2. Keep it practical

app

It’s easy to look at what the “big churches” are doing and get discouraged. Don’t get discouraged. Keep looking at what the “big churches” are doing, be inspired and scale it down to what fits your resources. LED walls and moving heads are all the rage. I get it. They look awesome. We can’t afford those things right now. How can I get a similar look on a small budget? We looked at LED tape, and movement of light and textures across the stage. (We built this set for around $500 and it has been our backdrop for the last 1 ½ years)

Ask

Our monitor setup: We are running desktop, main display, foldback, and alpha. The main display goes into a splitter that sends the signal to the front projector, secondary monitor and video switcher. The video switcher goes out to our streaming device, and TVs throughout the church.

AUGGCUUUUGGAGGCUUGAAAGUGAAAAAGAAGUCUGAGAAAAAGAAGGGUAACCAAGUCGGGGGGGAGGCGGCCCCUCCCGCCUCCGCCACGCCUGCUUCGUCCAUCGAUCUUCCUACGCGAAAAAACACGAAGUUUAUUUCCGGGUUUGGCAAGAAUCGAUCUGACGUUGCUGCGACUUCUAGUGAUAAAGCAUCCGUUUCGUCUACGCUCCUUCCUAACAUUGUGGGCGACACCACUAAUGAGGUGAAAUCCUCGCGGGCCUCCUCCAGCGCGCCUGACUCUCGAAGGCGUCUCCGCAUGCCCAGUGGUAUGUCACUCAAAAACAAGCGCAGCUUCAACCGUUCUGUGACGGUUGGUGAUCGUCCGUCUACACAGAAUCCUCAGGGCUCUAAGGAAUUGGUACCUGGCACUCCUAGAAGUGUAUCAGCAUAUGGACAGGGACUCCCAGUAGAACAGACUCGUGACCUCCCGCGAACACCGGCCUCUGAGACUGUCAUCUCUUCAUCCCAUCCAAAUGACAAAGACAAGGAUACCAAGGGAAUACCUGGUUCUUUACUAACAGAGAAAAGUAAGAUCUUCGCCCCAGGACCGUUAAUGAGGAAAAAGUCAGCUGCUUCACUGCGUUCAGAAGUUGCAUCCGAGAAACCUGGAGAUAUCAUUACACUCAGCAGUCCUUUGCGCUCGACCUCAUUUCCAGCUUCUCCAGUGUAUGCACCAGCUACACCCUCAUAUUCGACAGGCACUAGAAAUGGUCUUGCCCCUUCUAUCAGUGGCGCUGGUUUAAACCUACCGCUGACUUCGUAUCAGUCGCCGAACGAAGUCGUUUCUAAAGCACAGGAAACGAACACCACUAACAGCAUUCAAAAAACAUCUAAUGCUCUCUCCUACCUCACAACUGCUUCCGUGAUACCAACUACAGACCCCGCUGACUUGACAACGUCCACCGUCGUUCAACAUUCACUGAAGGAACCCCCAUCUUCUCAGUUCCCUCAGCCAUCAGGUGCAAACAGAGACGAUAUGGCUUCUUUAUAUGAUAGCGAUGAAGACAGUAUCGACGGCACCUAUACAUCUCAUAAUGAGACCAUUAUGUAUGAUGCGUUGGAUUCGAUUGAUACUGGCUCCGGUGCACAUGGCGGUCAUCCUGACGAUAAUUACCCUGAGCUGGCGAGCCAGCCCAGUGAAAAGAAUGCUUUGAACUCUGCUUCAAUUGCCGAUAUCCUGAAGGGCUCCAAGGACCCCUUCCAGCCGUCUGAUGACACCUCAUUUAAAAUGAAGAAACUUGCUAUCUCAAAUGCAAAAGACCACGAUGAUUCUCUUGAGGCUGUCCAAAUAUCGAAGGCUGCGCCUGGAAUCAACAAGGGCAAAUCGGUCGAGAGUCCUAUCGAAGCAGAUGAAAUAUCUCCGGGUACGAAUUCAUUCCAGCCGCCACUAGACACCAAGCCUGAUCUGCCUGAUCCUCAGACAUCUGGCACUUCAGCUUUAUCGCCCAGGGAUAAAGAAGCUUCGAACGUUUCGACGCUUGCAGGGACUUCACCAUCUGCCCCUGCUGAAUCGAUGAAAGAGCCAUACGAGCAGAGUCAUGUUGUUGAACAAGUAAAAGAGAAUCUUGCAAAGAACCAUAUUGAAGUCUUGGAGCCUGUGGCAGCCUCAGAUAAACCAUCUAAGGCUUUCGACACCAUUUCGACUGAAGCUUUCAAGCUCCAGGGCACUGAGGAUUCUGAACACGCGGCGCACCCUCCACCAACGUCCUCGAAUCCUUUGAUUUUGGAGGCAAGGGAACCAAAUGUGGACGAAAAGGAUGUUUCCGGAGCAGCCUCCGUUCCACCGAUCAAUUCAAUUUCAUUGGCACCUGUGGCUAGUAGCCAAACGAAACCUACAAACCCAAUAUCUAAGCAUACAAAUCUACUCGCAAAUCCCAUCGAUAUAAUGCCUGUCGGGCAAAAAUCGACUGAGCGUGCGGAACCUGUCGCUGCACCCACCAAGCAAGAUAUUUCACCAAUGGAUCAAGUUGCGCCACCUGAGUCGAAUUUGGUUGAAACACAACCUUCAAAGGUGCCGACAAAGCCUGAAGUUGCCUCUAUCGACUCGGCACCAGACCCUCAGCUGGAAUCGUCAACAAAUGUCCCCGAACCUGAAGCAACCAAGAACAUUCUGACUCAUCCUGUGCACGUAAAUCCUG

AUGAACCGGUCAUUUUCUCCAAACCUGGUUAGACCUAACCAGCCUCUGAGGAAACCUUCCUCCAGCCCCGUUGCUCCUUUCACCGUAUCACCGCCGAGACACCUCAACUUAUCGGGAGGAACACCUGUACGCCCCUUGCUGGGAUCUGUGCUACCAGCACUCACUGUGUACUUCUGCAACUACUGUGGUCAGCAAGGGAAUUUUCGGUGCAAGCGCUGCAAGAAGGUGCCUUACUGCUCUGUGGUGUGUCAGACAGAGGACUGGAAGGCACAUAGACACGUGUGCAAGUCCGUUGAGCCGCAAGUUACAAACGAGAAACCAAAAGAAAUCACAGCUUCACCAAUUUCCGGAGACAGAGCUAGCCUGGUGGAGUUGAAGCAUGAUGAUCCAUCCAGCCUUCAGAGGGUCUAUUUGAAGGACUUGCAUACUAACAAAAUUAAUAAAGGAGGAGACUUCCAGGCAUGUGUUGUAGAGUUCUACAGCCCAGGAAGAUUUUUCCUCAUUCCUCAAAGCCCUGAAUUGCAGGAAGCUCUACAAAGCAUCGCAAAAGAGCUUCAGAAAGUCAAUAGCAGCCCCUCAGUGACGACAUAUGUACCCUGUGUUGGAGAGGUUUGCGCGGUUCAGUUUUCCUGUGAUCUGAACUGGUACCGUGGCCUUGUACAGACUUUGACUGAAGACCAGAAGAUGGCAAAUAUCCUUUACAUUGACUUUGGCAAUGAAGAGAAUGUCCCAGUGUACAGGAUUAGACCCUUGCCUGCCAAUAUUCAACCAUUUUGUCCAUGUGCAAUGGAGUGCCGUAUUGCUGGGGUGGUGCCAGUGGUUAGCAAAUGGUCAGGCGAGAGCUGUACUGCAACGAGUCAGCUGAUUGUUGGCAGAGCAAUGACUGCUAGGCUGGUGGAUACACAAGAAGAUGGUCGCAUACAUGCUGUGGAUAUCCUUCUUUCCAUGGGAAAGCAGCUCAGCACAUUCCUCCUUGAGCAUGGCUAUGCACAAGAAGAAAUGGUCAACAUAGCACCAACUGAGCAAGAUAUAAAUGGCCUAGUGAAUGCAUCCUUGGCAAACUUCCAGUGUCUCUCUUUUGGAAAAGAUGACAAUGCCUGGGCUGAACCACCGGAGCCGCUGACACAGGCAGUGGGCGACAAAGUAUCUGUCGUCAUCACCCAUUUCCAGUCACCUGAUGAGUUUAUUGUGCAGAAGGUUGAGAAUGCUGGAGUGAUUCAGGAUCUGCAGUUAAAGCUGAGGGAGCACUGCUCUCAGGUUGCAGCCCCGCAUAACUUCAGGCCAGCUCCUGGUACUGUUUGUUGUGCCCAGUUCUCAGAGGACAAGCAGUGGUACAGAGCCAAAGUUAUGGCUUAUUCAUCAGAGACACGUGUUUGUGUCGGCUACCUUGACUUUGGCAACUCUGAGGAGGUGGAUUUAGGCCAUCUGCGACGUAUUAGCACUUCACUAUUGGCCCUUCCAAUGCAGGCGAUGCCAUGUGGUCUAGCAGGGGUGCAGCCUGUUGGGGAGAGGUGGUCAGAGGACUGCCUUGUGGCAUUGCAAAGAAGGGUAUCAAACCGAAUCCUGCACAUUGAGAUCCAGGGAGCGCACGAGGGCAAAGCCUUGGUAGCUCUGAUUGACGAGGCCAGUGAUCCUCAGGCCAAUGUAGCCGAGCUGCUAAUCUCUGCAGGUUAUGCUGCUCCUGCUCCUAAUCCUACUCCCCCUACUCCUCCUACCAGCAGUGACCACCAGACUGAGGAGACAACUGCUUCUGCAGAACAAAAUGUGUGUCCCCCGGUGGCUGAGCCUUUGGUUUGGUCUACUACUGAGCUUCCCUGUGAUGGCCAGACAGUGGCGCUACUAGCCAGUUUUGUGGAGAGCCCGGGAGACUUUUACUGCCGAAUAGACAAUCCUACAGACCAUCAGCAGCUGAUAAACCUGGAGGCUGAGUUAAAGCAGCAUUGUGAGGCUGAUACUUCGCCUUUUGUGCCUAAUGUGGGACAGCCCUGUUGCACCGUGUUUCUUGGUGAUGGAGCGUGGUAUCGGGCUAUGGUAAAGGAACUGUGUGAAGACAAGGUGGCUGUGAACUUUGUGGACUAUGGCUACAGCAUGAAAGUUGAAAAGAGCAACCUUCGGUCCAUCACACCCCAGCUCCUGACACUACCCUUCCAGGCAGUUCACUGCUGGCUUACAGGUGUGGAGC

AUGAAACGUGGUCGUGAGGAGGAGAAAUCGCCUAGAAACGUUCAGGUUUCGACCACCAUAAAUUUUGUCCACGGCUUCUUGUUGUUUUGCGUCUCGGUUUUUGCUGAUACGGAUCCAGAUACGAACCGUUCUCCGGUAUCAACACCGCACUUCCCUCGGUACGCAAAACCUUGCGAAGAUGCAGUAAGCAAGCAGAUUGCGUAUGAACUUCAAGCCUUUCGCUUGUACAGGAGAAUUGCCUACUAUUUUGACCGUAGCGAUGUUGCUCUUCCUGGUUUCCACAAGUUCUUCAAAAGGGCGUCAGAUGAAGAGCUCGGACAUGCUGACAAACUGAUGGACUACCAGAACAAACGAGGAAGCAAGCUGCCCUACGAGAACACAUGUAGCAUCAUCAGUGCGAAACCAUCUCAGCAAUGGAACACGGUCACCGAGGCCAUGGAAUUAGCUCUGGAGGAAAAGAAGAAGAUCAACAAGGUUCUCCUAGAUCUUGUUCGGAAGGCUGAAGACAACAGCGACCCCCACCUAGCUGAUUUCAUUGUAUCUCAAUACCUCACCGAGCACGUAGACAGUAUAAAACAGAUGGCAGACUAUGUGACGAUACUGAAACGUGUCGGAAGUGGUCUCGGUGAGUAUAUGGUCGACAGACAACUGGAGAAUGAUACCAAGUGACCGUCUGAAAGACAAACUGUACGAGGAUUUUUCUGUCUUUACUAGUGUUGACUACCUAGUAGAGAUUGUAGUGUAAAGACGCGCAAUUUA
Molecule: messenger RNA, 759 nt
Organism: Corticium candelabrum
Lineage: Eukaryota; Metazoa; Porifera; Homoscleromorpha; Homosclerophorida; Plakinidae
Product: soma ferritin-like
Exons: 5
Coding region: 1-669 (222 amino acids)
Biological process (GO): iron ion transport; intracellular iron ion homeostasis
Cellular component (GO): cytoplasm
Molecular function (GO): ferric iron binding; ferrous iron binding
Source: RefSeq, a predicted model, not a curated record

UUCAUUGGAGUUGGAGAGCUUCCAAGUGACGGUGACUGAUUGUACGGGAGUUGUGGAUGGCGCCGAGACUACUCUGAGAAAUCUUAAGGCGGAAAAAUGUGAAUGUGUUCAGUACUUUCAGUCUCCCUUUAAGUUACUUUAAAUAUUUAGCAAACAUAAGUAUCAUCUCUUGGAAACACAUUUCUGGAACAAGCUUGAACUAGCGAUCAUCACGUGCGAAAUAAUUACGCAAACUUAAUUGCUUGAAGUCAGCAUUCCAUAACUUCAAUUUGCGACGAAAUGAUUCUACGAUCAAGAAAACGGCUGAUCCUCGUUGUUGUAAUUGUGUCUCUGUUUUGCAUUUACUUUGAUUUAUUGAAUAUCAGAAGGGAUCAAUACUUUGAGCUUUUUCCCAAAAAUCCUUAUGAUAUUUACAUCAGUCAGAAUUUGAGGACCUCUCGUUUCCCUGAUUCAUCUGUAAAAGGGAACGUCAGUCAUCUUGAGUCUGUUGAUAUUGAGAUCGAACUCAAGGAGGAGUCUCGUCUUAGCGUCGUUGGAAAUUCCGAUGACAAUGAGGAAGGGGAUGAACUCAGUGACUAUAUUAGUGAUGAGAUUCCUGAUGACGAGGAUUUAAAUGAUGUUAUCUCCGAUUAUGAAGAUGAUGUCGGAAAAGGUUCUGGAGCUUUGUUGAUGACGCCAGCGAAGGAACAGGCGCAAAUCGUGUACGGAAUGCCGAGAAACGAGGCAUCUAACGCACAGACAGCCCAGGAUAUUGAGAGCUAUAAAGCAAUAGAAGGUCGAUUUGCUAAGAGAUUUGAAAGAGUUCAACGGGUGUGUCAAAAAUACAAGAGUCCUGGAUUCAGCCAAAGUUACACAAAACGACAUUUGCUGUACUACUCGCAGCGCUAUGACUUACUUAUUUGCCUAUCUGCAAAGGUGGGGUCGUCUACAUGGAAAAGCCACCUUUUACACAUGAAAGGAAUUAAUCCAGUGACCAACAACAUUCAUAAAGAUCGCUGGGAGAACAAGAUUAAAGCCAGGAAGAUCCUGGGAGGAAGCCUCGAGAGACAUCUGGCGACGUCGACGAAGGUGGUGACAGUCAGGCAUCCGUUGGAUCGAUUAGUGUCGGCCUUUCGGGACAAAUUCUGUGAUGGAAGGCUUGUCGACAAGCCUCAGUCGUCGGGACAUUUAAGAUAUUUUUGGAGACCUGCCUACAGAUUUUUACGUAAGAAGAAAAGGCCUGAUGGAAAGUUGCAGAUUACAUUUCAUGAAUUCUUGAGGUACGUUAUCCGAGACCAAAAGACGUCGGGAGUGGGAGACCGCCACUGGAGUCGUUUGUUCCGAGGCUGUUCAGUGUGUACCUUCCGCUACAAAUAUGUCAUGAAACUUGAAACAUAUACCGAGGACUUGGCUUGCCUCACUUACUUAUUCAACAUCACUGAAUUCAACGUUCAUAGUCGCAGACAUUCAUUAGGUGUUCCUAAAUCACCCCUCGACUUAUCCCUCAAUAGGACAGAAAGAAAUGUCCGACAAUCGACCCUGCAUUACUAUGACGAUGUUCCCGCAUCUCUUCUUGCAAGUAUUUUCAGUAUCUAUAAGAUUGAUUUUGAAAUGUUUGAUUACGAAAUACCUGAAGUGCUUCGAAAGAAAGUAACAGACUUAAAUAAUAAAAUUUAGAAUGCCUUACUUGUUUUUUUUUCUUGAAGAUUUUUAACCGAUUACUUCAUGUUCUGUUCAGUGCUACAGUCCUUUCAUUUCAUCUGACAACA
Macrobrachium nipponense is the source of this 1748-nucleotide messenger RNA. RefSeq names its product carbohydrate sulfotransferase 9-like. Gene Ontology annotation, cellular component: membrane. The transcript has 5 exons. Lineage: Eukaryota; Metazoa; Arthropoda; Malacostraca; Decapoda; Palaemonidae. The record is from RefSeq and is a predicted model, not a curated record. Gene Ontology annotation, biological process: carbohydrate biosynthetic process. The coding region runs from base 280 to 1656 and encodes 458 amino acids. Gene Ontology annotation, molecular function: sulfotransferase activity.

Awesome

Our live stream setup: We use the Blackmagic Studio HD as our video switcher. We have the PC running the main display and alpha and a couple of cameras. This allows us to show videos and media as well as our cameras on our live stream. The alpha allows us to do lyrics over the camera feeds during worship.

Our lighting setup: Luminair app $99 on an iPad, EZ Kling controller $99, DIY LED tape setup $300. (YouTube and Google are your friends.) Inexpensive LED lights that we’ve purchased over the years.

3. Keep it updated

birth

Seriously. Keep your computer updated. Keep your software updated. Make sure you’re using the recommended specs for what you’re doing. If you can’t afford the video card, ram, and processor required for HD video, then use still backgrounds. You want things to be reliable during the service. It can still look modern and professional. Use clean, sans serif fonts. (not comic sans) No more than 4 lines per slide. No outline. Soft shadow if you need the contrast. Remember, it’s our job to remove distractions not create them. Keep your equipment updated and keep your look updated.